The bus ride back used the super highway and didn’t take quite as long. It was a hot day, and felt so good to take a shower! The water in our shower pours from the ceiling without a trace of pressure regulator.
By the way, there was nary a pig to be seen—or smelled—on the farm. And it was just the break I was hoping for—confirmed by the others in our group who had opted for the Bamburg walking tour. We rejoined them and went into town to find rauchbier, a smoked beer that is the local speciality. We found it, along with a cheerful waiter who spoke perfect English. It is so far the only beer I have tasted in Germany that I really liked. It has a slight bacon-y nose that only enhanced the flavor, in my opinion. Then we trotted through the 89 degree heat back to the bus, and the River Duchess departed for Nuremberg. I did I get this hasty shot of a house right on the river. It looks like an enormous piece of Wedgewood porcelain.
We docked at Würzburg, where there is a royal palace that rivals Versailles. I was feeling a bit worn down, not having slept well the night before. I also realized I was getting a bit snappish, which is a sign I am tired, and it isn’t very nice for other people. So I stayed on board, blogging and reading a trashy novel.
Tom contacted me from the town when they returned from admiring what sounds like a truly amazing palace, complete with Tiepolo frescoed ceilings and amazing three-dimensional plaster work. I did not regret my choice. All palaces are different—and they are all weirdly alike, the obscene excrescences of a previous generation’s multi-billionaires who spent their money indulging their lust for self-aggrandizement and power instead of, say, feeding people. Their only redeeming value is their patronage of the arts, and I am glad these monstrous monuments to ego are now available for the commoners to enjoy.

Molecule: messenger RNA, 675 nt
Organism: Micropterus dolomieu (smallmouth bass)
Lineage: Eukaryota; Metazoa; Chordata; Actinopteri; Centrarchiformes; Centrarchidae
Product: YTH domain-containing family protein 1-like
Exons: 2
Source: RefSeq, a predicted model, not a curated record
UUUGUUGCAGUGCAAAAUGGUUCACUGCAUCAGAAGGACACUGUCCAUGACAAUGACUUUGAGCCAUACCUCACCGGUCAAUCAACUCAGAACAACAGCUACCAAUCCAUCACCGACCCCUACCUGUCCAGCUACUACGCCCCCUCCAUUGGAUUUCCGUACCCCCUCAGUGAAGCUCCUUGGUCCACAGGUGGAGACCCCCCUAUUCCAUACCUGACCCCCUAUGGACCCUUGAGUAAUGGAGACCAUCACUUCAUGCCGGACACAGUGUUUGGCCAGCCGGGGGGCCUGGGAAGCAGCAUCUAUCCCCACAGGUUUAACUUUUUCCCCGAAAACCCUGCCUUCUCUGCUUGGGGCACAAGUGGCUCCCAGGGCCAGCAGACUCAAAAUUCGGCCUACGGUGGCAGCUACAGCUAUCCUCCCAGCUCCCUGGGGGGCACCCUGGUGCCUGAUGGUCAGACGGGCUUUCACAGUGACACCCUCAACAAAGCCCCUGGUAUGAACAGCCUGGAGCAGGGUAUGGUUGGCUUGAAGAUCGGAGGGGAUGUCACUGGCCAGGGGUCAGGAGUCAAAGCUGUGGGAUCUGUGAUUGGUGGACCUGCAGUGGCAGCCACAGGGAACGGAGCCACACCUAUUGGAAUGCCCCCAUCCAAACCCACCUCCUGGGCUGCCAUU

So I walked as instructed to a large bridge, met Tom, and met up with our friends. Würzburg is a modern city with many older buildings and an huge cathedral. For how I feel about huge cathedrals, please see my remarks on palaces. However, this cathedral was rather interesting. The bones of the building are Romanesque, with Roman arches built in alternating red and white stones, giving it that distinctive look. Inside, the bones are clean, but the apse has been elaborate statues of popes and saints facing the austere columns. Many of the windows must have been shattered during WWII, and have been replaced with clear glass in modern designs. Two altars to either side of the sanctuary feature overwrought and gilded altar displays in the baroque style. Interspersed between the more Renaissance and Baroque works are several modern statues. The sanctuary light is housed in an abstract, towering sculpture.
Smaller chapels to either side feature gothic arches and what looks like original stained glass. And at the foot of the main aisle stands a monumental menorah. It is an altogether unique cathedral that reflects the ages it has endured.
And that is all I really remember of Würzburg—except for a delicious tomato and cheese sandwich in a perfectly delicious roll baked with many different seeds and saffron. The bread in Europe is not just something to hold your sandwich together, it adds to the pleasure of the meal.
So I will share some photos I think are interesting that I haven’t shared before. Enjoy.